RANCHO PALOS VERDES — The past and the future are bumping heads on 24 open hilltop acres long famous for radios and farming.
When it was the Wallace Ranch, the property on Highridge Road was a window on the world for Don C. Wallace, who spent 40 years talking to hundreds of thousands of amateur radio buffs worldwide from W6AM, his ham radio station. The land is still farmed, the most recent crop being hay.
Now, just a year after Wallace's death at 86, a partnership headed by developer Ronald Florance, who is also a Palos Verdes Estates city councilman, has purchased the property for an undisclosed price. The group plans to build 83 homes in what Florance's architect has described as an elegant style reminiscent of the Italian coastal resorts of Portofino and Amalfi.
Radio and history buffs, however, want a corner of the property set aside as a historic site preserving Wallace's ranch house and radio equipment, and this has put them at odds with Florance, who says that the run-down building and Italianate luxury homes would not mix.
After a public hearing last week, the Planning Commission directed its staff to conduct an environmental study focused solely on whether the ranch warrants designation and preservation as a historic site. That study could take several weeks, according to the planning staff. Earlier, the staff concluded that Florance's development would have no significant environmental impact warranting formal study.
The commission is considering the tract map for the project, and the city has directed that nothing on the property be demolished until the historical issue has been resolved.
Florance, who plans to call his development Wallace Ranch and commemorate its radio era with a plaque at the entrance, has offered to move the ranch house to other locations, such as the city's Point Vicente Interpretive Center museum or the Civic Center.
But radio advocates say the historic value of the Wallace Ranch lies in the ham station as Wallace created it, and in the site itself. Wallace personally selected it as the best location for radio transmission on the West Coast when he was scouting sites in the 1920s for Press Wireless, an overseas radio communications company. Wallace bought the property, as well as additional land that he later sold, in 1945. When he died, his son, William Wallace, said, "There are 2 million ham operators in the world and dad knew a million of them."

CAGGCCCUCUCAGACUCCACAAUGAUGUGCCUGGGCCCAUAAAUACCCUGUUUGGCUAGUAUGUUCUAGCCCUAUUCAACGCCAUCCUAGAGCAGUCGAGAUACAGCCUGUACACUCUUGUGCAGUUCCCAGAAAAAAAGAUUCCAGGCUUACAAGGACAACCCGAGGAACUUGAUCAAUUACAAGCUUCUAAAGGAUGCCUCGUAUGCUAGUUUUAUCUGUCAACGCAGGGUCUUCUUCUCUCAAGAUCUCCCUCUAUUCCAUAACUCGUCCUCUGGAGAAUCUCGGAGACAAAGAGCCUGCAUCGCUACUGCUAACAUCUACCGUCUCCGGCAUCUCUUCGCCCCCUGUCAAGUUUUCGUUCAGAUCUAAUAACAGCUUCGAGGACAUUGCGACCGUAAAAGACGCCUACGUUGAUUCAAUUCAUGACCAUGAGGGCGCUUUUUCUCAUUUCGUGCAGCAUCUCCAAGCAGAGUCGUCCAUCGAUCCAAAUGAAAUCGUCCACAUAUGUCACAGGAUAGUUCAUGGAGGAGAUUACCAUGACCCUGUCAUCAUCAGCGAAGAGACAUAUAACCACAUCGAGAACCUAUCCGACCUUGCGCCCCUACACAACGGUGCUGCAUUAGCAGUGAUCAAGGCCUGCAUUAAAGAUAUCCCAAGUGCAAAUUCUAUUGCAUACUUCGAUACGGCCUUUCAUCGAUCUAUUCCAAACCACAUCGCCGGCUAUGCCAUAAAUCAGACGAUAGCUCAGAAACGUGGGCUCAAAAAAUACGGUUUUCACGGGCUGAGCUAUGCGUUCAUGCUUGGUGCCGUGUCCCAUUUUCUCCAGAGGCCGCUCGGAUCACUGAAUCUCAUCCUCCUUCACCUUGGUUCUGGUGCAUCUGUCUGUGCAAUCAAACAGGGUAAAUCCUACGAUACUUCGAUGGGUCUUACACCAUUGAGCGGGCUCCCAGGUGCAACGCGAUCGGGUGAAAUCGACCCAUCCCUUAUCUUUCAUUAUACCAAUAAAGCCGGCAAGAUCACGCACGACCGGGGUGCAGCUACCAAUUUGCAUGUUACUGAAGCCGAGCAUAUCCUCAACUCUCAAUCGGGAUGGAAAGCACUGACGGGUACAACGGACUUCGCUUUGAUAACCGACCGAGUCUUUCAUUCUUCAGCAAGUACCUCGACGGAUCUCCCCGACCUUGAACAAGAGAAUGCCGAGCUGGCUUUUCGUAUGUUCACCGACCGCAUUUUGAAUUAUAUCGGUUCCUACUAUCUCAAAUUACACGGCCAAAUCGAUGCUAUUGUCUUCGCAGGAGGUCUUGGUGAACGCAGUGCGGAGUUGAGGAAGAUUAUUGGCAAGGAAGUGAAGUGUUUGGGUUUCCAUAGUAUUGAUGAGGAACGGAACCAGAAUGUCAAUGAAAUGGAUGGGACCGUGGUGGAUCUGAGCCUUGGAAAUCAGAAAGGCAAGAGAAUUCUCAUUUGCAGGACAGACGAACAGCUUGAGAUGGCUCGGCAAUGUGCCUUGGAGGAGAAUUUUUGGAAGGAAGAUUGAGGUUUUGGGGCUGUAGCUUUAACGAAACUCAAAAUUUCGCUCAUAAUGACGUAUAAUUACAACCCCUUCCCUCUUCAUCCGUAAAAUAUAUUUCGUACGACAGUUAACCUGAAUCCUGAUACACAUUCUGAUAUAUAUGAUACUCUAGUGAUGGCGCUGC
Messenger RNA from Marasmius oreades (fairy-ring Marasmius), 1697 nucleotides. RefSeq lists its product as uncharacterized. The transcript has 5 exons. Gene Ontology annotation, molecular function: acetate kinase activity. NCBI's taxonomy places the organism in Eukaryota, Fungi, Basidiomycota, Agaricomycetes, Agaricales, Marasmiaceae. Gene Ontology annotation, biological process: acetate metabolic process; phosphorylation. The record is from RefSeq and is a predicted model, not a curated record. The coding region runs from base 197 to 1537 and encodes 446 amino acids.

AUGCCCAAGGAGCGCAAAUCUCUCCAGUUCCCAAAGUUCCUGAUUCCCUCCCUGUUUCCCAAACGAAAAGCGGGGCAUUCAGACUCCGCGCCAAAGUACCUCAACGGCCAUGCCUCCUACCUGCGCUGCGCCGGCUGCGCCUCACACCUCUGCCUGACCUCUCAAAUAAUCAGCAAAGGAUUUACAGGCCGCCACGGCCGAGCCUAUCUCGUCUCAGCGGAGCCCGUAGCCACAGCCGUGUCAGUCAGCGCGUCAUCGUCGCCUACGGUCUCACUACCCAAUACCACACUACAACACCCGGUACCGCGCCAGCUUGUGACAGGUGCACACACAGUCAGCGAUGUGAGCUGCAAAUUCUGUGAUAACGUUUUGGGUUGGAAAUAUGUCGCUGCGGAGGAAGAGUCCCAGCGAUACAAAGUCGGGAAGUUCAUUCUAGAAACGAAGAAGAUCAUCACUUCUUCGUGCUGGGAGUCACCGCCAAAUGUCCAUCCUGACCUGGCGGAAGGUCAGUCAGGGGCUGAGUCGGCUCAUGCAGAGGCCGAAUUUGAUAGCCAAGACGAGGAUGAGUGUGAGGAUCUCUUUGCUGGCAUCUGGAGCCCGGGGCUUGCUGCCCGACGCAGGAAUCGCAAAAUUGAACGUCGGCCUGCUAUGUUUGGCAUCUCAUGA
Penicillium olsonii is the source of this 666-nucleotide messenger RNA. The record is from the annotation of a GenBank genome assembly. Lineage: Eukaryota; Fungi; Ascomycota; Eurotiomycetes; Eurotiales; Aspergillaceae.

World Famous Station
Jay Holiday, vice president of the American Radio Relay League, told the commission that W6AM "was one of the most famous radio stations in the world."
Calling the ranch a "major World War II communications link," Ken Dyda of the Rancho de los Palos Verdes Historical Society said the property is of "major historical significance for the United States." Dyda and others said a small piece of land should be set aside on an outer corner of the development for the building and radio equipment.
Sarah Grimes, whose husband, Elmer, has been farming the land for 13 years, said vintage farm equipment, and perhaps a small simulated field, also should be preserved so school children can understand the Peninsula's agricultural heritage.
"Four generations of a family of farmers have worked that land," she said.
Florance, however, took another view of what is left of Wallace's legacy. He said the ranch house, with its long veranda, was put together with "spit and glue" and is dilapidated.
He said that the building and radio equipment belong to the Wallace family, not his partnership. Some of the equipment has been donated--to the Queen Mary and California State University Northridge, among others--and the rest is in storage and will be donated, Florance said. He said the family also plans to remove the forest of wooden antenna poles, some as high as 140 feet, which have been landmarks for decades.
In an interview, Florance said people in the neighborhood have called him and said they hope the antenna poles and the commercial radio towers still in use will be removed. "The station interferes with telephones and television," he said.
Florance said he is willing to build a park or pay park fees to the city, as required by state law for new developments. But he does not want to preserve the Wallace radio station on his property, nor is that a desire of the Wallace family, he said.
He said the building already has been broken into twice and hay has been burned in the field.
Other speakers at the hearing were critical of the proposed development, citing increased traffic and objecting to an outer wall, which they said will isolate the homes from the neighborhood.
As they listened to the requests for preservation of the Wallace Ranch, some commissioners appeared to be skeptical about who would pay for this slice of history.
Commissioner Joan Ortolano asked speakers how much their organizations were willing to contribute to maintaining an historic site.
Holiday said his amateur radio group could "provide a few thousand dollars."